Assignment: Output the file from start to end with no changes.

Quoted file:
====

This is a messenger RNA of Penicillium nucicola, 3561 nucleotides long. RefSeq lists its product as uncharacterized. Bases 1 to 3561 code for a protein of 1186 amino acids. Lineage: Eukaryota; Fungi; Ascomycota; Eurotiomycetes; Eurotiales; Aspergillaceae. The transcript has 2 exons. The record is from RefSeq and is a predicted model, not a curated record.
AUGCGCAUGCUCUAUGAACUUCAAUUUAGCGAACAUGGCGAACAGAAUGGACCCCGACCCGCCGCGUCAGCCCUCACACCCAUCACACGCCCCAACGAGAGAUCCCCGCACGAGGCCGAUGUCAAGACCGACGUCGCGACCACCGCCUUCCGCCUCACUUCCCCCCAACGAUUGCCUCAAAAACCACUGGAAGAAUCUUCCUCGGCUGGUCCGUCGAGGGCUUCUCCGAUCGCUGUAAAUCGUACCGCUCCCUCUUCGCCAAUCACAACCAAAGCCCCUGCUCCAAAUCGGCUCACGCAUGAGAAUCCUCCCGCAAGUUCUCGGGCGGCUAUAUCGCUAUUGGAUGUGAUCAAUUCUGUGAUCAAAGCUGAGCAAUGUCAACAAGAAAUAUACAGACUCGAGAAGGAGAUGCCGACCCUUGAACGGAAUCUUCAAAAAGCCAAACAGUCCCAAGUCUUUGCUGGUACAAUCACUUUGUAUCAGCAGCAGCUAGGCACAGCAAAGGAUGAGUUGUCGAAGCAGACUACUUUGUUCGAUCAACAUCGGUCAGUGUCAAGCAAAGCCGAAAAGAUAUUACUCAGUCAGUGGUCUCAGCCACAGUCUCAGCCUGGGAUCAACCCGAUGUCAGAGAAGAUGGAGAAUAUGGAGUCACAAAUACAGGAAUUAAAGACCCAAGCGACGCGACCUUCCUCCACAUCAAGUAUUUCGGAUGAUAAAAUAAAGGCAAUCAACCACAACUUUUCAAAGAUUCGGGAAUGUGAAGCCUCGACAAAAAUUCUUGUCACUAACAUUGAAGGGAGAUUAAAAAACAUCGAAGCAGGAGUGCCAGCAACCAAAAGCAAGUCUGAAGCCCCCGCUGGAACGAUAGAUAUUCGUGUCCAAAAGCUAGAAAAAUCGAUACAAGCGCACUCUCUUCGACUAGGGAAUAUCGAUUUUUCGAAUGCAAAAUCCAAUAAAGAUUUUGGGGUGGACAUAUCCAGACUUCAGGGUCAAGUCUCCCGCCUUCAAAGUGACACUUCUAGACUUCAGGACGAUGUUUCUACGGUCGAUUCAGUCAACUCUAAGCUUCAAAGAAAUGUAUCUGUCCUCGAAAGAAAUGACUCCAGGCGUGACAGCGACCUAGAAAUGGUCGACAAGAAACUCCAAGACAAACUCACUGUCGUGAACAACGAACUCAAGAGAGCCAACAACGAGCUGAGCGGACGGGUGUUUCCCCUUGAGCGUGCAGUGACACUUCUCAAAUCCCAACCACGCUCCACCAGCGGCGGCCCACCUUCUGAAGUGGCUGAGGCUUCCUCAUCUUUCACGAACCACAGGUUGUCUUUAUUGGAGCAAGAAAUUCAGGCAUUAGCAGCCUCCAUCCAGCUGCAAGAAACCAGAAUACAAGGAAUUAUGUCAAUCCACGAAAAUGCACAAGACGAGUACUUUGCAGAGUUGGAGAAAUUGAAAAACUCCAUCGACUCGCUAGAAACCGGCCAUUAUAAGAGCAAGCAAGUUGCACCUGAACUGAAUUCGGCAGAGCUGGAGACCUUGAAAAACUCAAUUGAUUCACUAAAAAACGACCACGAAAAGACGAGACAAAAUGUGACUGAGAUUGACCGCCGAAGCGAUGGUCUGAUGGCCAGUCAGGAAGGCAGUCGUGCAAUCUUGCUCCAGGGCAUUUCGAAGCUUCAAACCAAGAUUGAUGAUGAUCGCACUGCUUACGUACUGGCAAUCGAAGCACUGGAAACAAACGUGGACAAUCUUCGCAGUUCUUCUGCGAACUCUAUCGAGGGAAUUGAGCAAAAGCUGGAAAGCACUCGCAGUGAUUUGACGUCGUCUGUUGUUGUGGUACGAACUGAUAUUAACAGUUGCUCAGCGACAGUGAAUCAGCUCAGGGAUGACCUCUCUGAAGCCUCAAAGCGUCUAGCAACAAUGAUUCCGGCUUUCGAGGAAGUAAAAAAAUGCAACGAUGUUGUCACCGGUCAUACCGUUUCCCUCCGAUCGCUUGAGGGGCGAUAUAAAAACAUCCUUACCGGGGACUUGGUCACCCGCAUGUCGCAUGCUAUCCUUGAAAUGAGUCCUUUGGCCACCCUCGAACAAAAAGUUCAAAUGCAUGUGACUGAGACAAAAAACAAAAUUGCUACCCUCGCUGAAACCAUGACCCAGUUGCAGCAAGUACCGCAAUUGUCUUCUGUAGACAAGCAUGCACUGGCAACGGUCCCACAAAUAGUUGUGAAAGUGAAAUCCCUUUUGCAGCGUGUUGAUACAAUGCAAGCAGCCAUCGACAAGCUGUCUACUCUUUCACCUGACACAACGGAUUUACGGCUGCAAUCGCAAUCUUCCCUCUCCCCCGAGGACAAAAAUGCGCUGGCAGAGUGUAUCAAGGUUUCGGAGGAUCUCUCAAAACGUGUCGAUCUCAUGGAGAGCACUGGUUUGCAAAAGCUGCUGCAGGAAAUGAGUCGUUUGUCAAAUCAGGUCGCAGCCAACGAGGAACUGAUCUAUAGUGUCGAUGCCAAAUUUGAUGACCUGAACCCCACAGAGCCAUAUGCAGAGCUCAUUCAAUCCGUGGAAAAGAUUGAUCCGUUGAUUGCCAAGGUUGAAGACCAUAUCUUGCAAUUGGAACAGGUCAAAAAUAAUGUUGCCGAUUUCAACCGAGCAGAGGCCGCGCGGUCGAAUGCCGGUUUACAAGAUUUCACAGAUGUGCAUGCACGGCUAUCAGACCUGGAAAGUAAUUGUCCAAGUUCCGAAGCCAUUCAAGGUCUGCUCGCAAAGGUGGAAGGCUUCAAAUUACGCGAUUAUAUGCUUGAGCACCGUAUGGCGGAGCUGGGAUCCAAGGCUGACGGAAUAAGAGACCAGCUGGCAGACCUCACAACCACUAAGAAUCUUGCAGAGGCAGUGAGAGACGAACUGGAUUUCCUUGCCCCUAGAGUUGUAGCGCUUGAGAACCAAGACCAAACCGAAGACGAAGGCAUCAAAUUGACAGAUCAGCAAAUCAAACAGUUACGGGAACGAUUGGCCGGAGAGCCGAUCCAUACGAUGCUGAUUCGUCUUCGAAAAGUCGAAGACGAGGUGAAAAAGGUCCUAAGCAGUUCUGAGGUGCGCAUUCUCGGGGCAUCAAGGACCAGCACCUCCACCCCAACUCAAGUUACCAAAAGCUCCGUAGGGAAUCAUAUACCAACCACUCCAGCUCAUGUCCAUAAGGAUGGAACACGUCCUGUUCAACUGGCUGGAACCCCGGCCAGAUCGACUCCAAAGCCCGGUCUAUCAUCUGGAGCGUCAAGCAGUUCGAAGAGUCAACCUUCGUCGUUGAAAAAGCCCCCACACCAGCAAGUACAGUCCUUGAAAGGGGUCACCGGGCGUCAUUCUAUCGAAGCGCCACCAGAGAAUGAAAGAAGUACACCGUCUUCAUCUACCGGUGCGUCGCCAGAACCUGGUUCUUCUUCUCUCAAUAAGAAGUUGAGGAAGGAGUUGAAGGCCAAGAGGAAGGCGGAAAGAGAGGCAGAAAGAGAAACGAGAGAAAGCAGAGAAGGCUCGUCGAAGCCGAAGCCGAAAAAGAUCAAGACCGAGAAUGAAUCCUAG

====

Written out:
This is a messenger RNA of Penicillium nucicola, 3561 nucleotides long. RefSeq lists its product as uncharacterized. Bases 1 to 3561 code for a protein of 1186 amino acids. Lineage: Eukaryota; Fungi; Ascomycota; Eurotiomycetes; Eurotiales; Aspergillaceae. The transcript has 2 exons. The record is from RefSeq and is a predicted model, not a curated record.
AUGCGCAUGCUCUAUGAACUUCAAUUUAGCGAACAUGGCGAACAGAAUGGACCCCGACCCGCCGCGUCAGCCCUCACACCCAUCACACGCCCCAACGAGAGAUCCCCGCACGAGGCCGAUGUCAAGACCGACGUCGCGACCACCGCCUUCCGCCUCACUUCCCCCCAACGAUUGCCUCAAAAACCACUGGAAGAAUCUUCCUCGGCUGGUCCGUCGAGGGCUUCUCCGAUCGCUGUAAAUCGUACCGCUCCCUCUUCGCCAAUCACAACCAAAGCCCCUGCUCCAAAUCGGCUCACGCAUGAGAAUCCUCCCGCAAGUUCUCGGGCGGCUAUAUCGCUAUUGGAUGUGAUCAAUUCUGUGAUCAAAGCUGAGCAAUGUCAACAAGAAAUAUACAGACUCGAGAAGGAGAUGCCGACCCUUGAACGGAAUCUUCAAAAAGCCAAACAGUCCCAAGUCUUUGCUGGUACAAUCACUUUGUAUCAGCAGCAGCUAGGCACAGCAAAGGAUGAGUUGUCGAAGCAGACUACUUUGUUCGAUCAACAUCGGUCAGUGUCAAGCAAAGCCGAAAAGAUAUUACUCAGUCAGUGGUCUCAGCCACAGUCUCAGCCUGGGAUCAACCCGAUGUCAGAGAAGAUGGAGAAUAUGGAGUCACAAAUACAGGAAUUAAAGACCCAAGCGACGCGACCUUCCUCCACAUCAAGUAUUUCGGAUGAUAAAAUAAAGGCAAUCAACCACAACUUUUCAAAGAUUCGGGAAUGUGAAGCCUCGACAAAAAUUCUUGUCACUAACAUUGAAGGGAGAUUAAAAAACAUCGAAGCAGGAGUGCCAGCAACCAAAAGCAAGUCUGAAGCCCCCGCUGGAACGAUAGAUAUUCGUGUCCAAAAGCUAGAAAAAUCGAUACAAGCGCACUCUCUUCGACUAGGGAAUAUCGAUUUUUCGAAUGCAAAAUCCAAUAAAGAUUUUGGGGUGGACAUAUCCAGACUUCAGGGUCAAGUCUCCCGCCUUCAAAGUGACACUUCUAGACUUCAGGACGAUGUUUCUACGGUCGAUUCAGUCAACUCUAAGCUUCAAAGAAAUGUAUCUGUCCUCGAAAGAAAUGACUCCAGGCGUGACAGCGACCUAGAAAUGGUCGACAAGAAACUCCAAGACAAACUCACUGUCGUGAACAACGAACUCAAGAGAGCCAACAACGAGCUGAGCGGACGGGUGUUUCCCCUUGAGCGUGCAGUGACACUUCUCAAAUCCCAACCACGCUCCACCAGCGGCGGCCCACCUUCUGAAGUGGCUGAGGCUUCCUCAUCUUUCACGAACCACAGGUUGUCUUUAUUGGAGCAAGAAAUUCAGGCAUUAGCAGCCUCCAUCCAGCUGCAAGAAACCAGAAUACAAGGAAUUAUGUCAAUCCACGAAAAUGCACAAGACGAGUACUUUGCAGAGUUGGAGAAAUUGAAAAACUCCAUCGACUCGCUAGAAACCGGCCAUUAUAAGAGCAAGCAAGUUGCACCUGAACUGAAUUCGGCAGAGCUGGAGACCUUGAAAAACUCAAUUGAUUCACUAAAAAACGACCACGAAAAGACGAGACAAAAUGUGACUGAGAUUGACCGCCGAAGCGAUGGUCUGAUGGCCAGUCAGGAAGGCAGUCGUGCAAUCUUGCUCCAGGGCAUUUCGAAGCUUCAAACCAAGAUUGAUGAUGAUCGCACUGCUUACGUACUGGCAAUCGAAGCACUGGAAACAAACGUGGACAAUCUUCGCAGUUCUUCUGCGAACUCUAUCGAGGGAAUUGAGCAAAAGCUGGAAAGCACUCGCAGUGAUUUGACGUCGUCUGUUGUUGUGGUACGAACUGAUAUUAACAGUUGCUCAGCGACAGUGAAUCAGCUCAGGGAUGACCUCUCUGAAGCCUCAAAGCGUCUAGCAACAAUGAUUCCGGCUUUCGAGGAAGUAAAAAAAUGCAACGAUGUUGUCACCGGUCAUACCGUUUCCCUCCGAUCGCUUGAGGGGCGAUAUAAAAACAUCCUUACCGGGGACUUGGUCACCCGCAUGUCGCAUGCUAUCCUUGAAAUGAGUCCUUUGGCCACCCUCGAACAAAAAGUUCAAAUGCAUGUGACUGAGACAAAAAACAAAAUUGCUACCCUCGCUGAAACCAUGACCCAGUUGCAGCAAGUACCGCAAUUGUCUUCUGUAGACAAGCAUGCACUGGCAACGGUCCCACAAAUAGUUGUGAAAGUGAAAUCCCUUUUGCAGCGUGUUGAUACAAUGCAAGCAGCCAUCGACAAGCUGUCUACUCUUUCACCUGACACAACGGAUUUACGGCUGCAAUCGCAAUCUUCCCUCUCCCCCGAGGACAAAAAUGCGCUGGCAGAGUGUAUCAAGGUUUCGGAGGAUCUCUCAAAACGUGUCGAUCUCAUGGAGAGCACUGGUUUGCAAAAGCUGCUGCAGGAAAUGAGUCGUUUGUCAAAUCAGGUCGCAGCCAACGAGGAACUGAUCUAUAGUGUCGAUGCCAAAUUUGAUGACCUGAACCCCACAGAGCCAUAUGCAGAGCUCAUUCAAUCCGUGGAAAAGAUUGAUCCGUUGAUUGCCAAGGUUGAAGACCAUAUCUUGCAAUUGGAACAGGUCAAAAAUAAUGUUGCCGAUUUCAACCGAGCAGAGGCCGCGCGGUCGAAUGCCGGUUUACAAGAUUUCACAGAUGUGCAUGCACGGCUAUCAGACCUGGAAAGUAAUUGUCCAAGUUCCGAAGCCAUUCAAGGUCUGCUCGCAAAGGUGGAAGGCUUCAAAUUACGCGAUUAUAUGCUUGAGCACCGUAUGGCGGAGCUGGGAUCCAAGGCUGACGGAAUAAGAGACCAGCUGGCAGACCUCACAACCACUAAGAAUCUUGCAGAGGCAGUGAGAGACGAACUGGAUUUCCUUGCCCCUAGAGUUGUAGCGCUUGAGAACCAAGACCAAACCGAAGACGAAGGCAUCAAAUUGACAGAUCAGCAAAUCAAACAGUUACGGGAACGAUUGGCCGGAGAGCCGAUCCAUACGAUGCUGAUUCGUCUUCGAAAAGUCGAAGACGAGGUGAAAAAGGUCCUAAGCAGUUCUGAGGUGCGCAUUCUCGGGGCAUCAAGGACCAGCACCUCCACCCCAACUCAAGUUACCAAAAGCUCCGUAGGGAAUCAUAUACCAACCACUCCAGCUCAUGUCCAUAAGGAUGGAACACGUCCUGUUCAACUGGCUGGAACCCCGGCCAGAUCGACUCCAAAGCCCGGUCUAUCAUCUGGAGCGUCAAGCAGUUCGAAGAGUCAACCUUCGUCGUUGAAAAAGCCCCCACACCAGCAAGUACAGUCCUUGAAAGGGGUCACCGGGCGUCAUUCUAUCGAAGCGCCACCAGAGAAUGAAAGAAGUACACCGUCUUCAUCUACCGGUGCGUCGCCAGAACCUGGUUCUUCUUCUCUCAAUAAGAAGUUGAGGAAGGAGUUGAAGGCCAAGAGGAAGGCGGAAAGAGAGGCAGAAAGAGAAACGAGAGAAAGCAGAGAAGGCUCGUCGAAGCCGAAGCCGAAAAAGAUCAAGACCGAGAAUGAAUCCUAG